Have You Had the Talk?



    As parents of pre-teens we all have had the fear and
    apprehensions of having “the talk” with our kids. We plan
    a day, place, and time and we get through it quickly and
    painlessly the best way we can in hopes of never having to
    broach the subject ever again.
    Fast forward, many years later, and we find ourselves in
    the same situation, but this time it is not about the birds and
    the bees. Unfortunately, we are having a more difficult and
    painful conversation with our parents. We are having “the
    talk” about aging, end of life and end of life planning.
    As our parents reach their seventies, eighties and nineties
    we start to see changes in their abilities to process, problem
    solve, successfully complete activities of daily living
    and care for their homes.
    Approaching your independent parents can be very difficult,
    as many seniors are in denial of their current state of
    functioning or the condition of their home.
    Some questions to ask: Are you eating properly? (Takeout
    at a fast food restaurant doesn’t count.) Are you taking
    your meds on time? Are you getting enough exercise every
    day? Are you able to get to doctor’s appointments? Are you
    getting enough social interaction daily? (Church and hairdresser
    once a week is not enough.)
    If your parents are not able to answer these questions
    successfully, it is definitely time for “the talk.” A lot of seniors
    will pay someone to take care of the yard maintenance
    and hire a cleaning service to take care of the interior of the
    home. This can become very costly.
    There are so many pieces to the aging puzzle that have
    to fit to ensure that seniors are getting the best help and care
    for an optimal quality of life. Continuing Care Retirement
    Communities are the best option for many seniors because
    they provide a holistic approach to living and wellness. If
    seniors cannot afford that option, friends and family may be
    engaged to step up and assist their loved ones to ensure their
    safety, care and well-being.
    Home health services are another option but can be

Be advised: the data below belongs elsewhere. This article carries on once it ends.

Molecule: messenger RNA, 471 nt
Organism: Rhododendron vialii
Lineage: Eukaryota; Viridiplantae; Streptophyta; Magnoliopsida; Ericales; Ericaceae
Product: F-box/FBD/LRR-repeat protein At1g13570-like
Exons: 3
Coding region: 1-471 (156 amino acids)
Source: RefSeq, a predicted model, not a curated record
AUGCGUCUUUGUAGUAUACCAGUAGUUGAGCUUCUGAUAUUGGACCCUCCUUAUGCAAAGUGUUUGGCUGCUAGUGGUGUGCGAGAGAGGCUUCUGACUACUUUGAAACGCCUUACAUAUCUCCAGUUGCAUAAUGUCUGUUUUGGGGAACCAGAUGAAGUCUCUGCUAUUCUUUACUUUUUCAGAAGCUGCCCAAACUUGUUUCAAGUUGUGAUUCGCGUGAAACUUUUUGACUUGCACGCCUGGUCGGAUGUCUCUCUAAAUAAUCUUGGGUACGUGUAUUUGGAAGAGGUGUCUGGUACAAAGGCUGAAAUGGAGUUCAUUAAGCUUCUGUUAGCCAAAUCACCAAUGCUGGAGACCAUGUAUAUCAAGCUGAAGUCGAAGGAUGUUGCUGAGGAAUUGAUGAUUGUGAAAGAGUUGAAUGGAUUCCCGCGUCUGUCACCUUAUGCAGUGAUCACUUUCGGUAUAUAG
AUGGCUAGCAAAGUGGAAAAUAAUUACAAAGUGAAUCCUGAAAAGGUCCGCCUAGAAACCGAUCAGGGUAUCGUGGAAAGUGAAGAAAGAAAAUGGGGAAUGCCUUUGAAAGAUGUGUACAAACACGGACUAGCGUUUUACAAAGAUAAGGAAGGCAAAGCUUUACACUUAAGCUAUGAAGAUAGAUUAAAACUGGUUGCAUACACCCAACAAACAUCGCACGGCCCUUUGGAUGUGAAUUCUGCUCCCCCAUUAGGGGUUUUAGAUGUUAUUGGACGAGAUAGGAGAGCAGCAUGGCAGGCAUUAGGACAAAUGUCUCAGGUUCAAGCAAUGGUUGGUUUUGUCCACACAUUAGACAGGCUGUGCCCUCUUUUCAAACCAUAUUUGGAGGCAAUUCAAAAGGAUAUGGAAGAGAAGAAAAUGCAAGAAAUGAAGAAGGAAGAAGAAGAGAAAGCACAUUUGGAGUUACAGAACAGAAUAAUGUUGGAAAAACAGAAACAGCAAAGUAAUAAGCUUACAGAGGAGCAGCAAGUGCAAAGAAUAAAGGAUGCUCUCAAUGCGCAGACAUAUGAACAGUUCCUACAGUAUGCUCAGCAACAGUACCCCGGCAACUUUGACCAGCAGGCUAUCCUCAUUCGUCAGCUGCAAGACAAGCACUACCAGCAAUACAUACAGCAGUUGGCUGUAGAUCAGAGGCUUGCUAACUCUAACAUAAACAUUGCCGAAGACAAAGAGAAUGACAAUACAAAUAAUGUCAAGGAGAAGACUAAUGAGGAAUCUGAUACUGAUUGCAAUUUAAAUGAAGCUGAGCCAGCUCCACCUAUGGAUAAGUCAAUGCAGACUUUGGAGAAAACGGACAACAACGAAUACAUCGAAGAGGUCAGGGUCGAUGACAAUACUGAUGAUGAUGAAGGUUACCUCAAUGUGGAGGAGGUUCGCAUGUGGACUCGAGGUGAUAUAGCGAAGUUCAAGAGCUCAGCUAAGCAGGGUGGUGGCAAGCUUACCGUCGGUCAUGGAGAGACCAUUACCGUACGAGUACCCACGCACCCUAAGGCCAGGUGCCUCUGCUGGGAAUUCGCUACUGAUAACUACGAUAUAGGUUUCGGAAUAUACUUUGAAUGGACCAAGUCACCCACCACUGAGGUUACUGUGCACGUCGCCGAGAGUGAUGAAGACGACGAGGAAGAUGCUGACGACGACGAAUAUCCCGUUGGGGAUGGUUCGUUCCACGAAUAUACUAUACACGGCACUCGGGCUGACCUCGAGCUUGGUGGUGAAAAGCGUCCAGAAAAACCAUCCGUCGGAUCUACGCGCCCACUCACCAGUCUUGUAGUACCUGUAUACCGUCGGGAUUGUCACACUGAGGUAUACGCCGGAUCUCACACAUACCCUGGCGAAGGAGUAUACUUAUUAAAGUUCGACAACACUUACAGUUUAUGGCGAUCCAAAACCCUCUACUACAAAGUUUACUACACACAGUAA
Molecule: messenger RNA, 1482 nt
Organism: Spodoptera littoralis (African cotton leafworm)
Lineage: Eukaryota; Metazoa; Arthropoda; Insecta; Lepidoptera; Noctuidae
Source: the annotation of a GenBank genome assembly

very expensive as the number of hours of assistance required
    daily start to increase. At that point, assisted living is
    an option. Seniors require assisted living when they can no
    longer perform their activities of daily living without some
    assistance. These include bathing, dressing, ambulation, and
    medication management.
    Skilled care is required when more extensive services
    are required. Skilled Care is the most expensive option of
    all. Ask your parents what hospital, rehab unit or assisted
    living facility they would wish to go to if there were an accident
    and they are no longer able to make those decisions.
    Visit the facilities and get on their waiting lists if they are
    Do you know your parent’s wishes? Do they have a
    plan? Sit down with them and have “the talk.” You may
    encounter a great deal of defensiveness, push-back, or silent
    behaviors. This is something they do not want to think
    about as we all think we are going to live forever. Children
    and those with Power of Attorney need to know if there is a
    Last Will and Testament, DNR (Do Not Resuscitate) order
    or a living will. Where are these documents located? The
    last place you want it to be is in a safe without access to
    the code. Having a locksmith come in to crack the code is
    the least convenient thing you would want to do in a time
    of stress or grief. Where are your parent’s banking and investment
    accounts located and have they named someone to
    access their accounts in an emergency? Are there life insurance
    policies? Are the bills set up as automatic draft? Are
    there lenders that they owe? Have they pre-paid their burial
    and funeral costs? So many questions with so little time.
    Don’t be the child that was too afraid to have “the talk”
    with their parents. Life is much harder and estates are more
    difficult to settle when plans aren’t in place and wishes aren’t
    conveyed to children or executors. Ask the difficult
    questions and be prepared. Your parents or loved ones will
    thank you and be at peace knowing that someone knows
    their wishes and will take care of everything in the short
    term and the long term after they are gone. What are you
    waiting for? Go have “The Talk”!
    By Lorie Aldridge, Director of Marketing and Sales,
    Trinity Oaks Retirement Community, Salisbury, NC


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